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Respiratory depression in children receiving diazepam for acute seizures: a prospective study

Published online by Cambridge University Press:  01 May 1999

Elizabeth Norris
Affiliation:
Alder Hey Children's Hospital, Liverpool, UK.
Omnia Marzouk
Affiliation:
Alder Hey Children's Hospital, Liverpool, UK.
Anthony Nunn
Affiliation:
Alder Hey Children's Hospital, Liverpool, UK.
John McIntyre
Affiliation:
Academic Division of Child Health, (University of Nottingham) Derbyshire Children's Hospital, Derby, UK.
Imti Choonara
Affiliation:
Academic Division of Child Health, (University of Nottingham) Derbyshire Children's Hospital, Derby, UK.
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Abstract

The aim of this study was to determine the incidence of respiratory depression following the use of diazepam in children presenting with seizures. All children presenting with seizures to a children's A & E department over a period of 9 months were studied prospectively. Respiratory depression was defined as a fall in respiratory rate or oxygen saturation, or apnoea resulting in ventilation or resuscitation with bag-and-mask oxygen. There were 130 patient episodes involving 97 children who received treatment for their seizures before admission and/or in the A & E department. Administration of diazepam resulted in 122 patient episodes. The route of administration was rectal in 91 episodes, intravenous in 12 episodes, and both rectal and intravenous in 19 episodes. Eleven children had respiratory depression in relation to diazepam administration. Eight of these children required ventilation. The overall incidence of respiratory depression following the use of diazepam was 9%. The incidence of respiratory depression following diazepam given intravenously or rectally is high. The use of diazepam as first-line therapy for children with acute seizures needs to be reviewed.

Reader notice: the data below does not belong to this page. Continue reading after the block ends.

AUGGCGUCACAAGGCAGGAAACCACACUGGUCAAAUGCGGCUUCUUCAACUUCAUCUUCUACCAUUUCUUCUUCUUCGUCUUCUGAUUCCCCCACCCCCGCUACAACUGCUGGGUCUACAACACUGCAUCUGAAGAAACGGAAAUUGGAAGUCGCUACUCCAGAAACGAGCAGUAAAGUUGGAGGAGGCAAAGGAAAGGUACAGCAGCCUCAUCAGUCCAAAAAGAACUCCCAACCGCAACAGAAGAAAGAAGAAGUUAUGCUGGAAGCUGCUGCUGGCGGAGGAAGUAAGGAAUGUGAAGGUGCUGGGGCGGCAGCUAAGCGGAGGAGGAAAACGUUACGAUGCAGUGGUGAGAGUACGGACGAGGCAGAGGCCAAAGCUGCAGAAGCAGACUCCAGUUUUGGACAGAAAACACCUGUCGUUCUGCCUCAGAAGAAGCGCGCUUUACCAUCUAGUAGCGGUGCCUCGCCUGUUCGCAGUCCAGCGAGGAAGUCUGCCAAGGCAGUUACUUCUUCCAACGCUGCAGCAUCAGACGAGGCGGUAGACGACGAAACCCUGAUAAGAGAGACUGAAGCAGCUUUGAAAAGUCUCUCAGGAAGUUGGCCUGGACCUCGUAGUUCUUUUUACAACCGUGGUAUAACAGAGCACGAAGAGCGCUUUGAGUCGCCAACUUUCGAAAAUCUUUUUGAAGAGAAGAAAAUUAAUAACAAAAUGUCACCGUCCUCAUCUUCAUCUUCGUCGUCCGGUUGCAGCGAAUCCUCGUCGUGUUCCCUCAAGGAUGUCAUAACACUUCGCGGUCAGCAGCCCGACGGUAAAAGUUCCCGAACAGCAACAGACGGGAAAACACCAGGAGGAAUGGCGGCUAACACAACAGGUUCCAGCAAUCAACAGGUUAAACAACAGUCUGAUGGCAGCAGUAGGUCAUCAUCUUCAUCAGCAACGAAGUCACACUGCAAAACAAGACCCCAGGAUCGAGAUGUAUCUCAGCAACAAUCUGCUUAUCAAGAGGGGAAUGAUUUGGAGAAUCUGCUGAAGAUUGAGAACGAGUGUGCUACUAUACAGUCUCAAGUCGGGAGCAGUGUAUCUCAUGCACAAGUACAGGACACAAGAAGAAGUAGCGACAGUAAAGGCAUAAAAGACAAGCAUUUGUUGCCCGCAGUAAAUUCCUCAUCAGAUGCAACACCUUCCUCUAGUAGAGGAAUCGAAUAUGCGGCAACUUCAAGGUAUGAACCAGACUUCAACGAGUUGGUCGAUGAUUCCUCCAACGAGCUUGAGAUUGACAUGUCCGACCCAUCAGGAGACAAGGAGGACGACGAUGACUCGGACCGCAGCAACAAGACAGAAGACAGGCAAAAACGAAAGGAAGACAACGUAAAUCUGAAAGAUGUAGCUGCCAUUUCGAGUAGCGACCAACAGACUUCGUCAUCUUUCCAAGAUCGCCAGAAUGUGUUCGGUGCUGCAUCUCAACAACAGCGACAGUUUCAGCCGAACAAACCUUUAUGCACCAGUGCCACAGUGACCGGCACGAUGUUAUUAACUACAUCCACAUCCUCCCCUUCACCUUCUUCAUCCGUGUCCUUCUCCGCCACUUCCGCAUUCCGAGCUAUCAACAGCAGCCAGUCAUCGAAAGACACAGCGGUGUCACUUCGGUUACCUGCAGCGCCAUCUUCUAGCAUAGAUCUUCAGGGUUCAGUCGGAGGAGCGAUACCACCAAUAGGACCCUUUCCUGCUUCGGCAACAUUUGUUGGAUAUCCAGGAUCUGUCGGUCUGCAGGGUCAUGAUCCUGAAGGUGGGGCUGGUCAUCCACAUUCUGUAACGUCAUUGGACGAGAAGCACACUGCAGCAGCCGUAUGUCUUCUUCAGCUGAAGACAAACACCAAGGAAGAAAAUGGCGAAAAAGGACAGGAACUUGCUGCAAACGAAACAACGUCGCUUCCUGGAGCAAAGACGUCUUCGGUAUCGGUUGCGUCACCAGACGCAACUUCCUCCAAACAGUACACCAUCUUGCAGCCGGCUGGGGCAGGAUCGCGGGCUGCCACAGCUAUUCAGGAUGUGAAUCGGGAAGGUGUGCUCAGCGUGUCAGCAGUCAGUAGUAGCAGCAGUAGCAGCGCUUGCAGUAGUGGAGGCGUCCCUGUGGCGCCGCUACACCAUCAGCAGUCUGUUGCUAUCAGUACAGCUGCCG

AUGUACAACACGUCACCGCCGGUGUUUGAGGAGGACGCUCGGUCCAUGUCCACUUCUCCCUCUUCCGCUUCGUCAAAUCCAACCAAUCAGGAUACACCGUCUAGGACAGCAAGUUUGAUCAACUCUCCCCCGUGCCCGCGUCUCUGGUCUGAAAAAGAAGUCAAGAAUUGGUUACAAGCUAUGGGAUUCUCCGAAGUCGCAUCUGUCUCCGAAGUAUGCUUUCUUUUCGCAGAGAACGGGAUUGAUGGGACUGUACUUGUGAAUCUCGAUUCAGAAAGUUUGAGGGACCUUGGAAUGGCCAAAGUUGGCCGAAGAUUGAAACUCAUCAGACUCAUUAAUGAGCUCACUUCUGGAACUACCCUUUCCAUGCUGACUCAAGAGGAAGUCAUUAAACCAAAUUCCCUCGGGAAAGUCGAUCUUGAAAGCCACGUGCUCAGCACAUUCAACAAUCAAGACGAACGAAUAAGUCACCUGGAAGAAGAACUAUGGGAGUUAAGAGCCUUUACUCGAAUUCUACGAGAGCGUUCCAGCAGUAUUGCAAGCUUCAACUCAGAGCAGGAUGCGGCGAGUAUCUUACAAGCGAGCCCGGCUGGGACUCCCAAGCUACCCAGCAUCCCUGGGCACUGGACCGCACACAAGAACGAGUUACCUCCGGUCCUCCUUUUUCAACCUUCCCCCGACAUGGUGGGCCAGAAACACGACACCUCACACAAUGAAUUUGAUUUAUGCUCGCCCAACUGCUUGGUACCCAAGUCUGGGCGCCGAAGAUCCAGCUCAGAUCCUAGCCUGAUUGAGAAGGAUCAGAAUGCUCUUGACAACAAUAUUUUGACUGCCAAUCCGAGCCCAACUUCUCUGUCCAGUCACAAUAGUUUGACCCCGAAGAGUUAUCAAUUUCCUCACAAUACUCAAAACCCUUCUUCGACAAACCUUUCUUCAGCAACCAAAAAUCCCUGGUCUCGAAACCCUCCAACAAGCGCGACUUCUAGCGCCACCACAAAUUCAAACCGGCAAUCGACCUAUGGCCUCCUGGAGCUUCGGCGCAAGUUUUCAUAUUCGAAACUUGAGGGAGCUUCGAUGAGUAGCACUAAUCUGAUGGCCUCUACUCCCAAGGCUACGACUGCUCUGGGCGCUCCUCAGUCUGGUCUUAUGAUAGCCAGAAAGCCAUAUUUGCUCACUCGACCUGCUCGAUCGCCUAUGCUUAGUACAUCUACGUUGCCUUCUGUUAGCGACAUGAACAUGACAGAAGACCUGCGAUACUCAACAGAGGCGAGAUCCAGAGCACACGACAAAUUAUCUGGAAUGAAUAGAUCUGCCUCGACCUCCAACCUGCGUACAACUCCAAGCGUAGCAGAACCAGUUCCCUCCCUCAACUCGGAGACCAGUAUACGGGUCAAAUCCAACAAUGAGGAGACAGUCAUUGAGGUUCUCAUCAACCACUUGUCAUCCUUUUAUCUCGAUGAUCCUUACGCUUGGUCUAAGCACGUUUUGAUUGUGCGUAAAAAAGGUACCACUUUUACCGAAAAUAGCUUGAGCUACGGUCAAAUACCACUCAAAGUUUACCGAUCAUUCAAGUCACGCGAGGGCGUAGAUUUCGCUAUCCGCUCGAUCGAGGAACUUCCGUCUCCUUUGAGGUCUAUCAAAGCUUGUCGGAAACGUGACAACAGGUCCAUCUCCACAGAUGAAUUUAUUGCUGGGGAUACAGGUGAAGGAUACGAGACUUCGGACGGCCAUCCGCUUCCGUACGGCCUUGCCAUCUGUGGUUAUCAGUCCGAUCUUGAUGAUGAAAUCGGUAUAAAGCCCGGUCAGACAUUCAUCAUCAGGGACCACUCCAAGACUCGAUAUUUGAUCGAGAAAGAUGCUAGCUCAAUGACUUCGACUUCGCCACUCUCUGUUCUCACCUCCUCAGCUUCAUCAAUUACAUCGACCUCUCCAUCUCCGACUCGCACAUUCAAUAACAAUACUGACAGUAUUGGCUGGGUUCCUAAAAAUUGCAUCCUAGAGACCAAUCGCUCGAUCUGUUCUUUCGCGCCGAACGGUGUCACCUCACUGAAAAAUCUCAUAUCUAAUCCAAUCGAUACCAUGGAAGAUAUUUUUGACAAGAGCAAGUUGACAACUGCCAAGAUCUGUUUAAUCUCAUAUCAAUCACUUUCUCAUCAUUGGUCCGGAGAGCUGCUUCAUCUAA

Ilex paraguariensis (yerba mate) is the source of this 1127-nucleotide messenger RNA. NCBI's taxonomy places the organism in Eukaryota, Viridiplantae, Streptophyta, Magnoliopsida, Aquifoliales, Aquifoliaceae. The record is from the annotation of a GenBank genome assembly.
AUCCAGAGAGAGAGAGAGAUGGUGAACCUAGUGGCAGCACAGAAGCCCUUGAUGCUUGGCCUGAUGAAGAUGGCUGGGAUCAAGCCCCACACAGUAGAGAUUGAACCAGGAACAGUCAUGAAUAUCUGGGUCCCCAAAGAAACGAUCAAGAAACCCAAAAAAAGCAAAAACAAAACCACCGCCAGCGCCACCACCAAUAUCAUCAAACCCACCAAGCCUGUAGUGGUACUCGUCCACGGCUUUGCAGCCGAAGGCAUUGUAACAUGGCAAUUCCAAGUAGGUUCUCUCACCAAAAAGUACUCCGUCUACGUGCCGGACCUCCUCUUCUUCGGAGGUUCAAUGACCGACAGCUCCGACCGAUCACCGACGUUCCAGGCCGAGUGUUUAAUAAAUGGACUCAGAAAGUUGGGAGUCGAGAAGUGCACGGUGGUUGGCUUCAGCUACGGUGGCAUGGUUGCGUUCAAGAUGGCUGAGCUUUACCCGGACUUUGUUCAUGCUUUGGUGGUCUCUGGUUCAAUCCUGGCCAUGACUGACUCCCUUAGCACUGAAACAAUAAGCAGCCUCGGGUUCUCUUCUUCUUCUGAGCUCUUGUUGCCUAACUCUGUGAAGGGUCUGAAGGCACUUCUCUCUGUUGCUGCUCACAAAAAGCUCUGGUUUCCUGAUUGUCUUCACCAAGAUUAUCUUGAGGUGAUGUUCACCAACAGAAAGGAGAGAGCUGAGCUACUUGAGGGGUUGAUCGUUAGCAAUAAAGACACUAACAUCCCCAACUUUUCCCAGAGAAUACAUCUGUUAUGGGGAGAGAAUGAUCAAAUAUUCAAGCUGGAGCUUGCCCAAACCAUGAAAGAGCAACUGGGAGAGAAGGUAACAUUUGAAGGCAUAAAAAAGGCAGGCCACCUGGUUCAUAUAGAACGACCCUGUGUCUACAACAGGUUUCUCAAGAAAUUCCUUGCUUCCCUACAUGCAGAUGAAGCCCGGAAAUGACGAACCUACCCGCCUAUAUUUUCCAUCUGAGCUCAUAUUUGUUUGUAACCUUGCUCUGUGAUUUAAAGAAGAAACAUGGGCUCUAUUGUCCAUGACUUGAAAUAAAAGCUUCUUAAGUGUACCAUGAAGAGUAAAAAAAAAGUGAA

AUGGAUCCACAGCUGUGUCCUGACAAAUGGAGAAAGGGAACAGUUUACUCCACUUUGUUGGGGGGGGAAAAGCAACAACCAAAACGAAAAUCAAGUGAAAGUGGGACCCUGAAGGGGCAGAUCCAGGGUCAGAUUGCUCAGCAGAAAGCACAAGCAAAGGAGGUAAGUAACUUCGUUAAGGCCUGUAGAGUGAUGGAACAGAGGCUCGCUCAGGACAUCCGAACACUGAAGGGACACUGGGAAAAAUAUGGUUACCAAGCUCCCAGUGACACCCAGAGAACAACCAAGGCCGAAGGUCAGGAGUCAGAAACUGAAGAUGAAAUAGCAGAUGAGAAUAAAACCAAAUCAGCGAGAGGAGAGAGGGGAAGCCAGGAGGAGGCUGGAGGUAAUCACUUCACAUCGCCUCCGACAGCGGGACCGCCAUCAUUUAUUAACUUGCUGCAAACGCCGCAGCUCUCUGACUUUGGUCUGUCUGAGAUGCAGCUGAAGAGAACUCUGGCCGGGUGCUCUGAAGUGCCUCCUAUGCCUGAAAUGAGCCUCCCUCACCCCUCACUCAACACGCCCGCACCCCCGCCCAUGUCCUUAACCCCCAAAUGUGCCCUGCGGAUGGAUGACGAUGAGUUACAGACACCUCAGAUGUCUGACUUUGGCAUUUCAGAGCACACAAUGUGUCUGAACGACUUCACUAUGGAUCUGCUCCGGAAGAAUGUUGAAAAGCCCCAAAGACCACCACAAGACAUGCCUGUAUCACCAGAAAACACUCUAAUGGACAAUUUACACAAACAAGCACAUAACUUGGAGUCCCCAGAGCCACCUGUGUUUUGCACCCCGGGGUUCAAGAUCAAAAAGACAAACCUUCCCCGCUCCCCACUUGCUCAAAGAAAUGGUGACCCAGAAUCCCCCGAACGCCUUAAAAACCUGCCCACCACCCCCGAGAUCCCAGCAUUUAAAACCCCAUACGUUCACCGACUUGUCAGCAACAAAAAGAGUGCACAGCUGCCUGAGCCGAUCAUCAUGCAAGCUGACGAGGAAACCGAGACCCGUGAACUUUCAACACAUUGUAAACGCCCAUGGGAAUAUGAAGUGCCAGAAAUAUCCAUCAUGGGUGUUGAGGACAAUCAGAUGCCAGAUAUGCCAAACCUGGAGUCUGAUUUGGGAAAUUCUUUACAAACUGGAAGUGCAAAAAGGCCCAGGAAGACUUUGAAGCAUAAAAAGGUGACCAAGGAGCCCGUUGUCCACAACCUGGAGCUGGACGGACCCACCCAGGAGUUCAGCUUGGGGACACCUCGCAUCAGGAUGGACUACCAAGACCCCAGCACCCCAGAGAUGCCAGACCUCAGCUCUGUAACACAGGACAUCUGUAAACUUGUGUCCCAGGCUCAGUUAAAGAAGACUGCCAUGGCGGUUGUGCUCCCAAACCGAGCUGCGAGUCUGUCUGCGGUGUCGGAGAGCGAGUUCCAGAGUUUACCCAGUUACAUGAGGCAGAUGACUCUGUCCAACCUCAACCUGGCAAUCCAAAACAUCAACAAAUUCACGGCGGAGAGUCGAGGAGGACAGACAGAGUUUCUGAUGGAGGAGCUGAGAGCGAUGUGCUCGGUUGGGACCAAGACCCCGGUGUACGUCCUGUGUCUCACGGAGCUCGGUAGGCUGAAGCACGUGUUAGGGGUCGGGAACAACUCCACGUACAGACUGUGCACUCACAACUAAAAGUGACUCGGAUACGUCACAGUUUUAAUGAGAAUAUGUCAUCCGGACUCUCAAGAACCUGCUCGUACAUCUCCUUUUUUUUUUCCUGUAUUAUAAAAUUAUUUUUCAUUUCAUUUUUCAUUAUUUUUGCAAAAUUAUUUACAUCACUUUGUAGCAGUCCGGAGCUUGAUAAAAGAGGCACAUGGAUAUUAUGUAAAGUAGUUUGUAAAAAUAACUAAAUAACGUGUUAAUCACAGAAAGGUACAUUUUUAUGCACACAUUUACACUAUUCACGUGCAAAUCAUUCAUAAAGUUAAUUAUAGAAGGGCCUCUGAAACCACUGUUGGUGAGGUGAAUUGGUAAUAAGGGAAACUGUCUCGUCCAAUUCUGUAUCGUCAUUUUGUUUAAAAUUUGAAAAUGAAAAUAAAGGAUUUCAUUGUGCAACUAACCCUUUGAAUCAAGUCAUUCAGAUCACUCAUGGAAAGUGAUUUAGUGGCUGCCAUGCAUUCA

Type
Original Articles
Copyright
© 1999 Mac Keith Press

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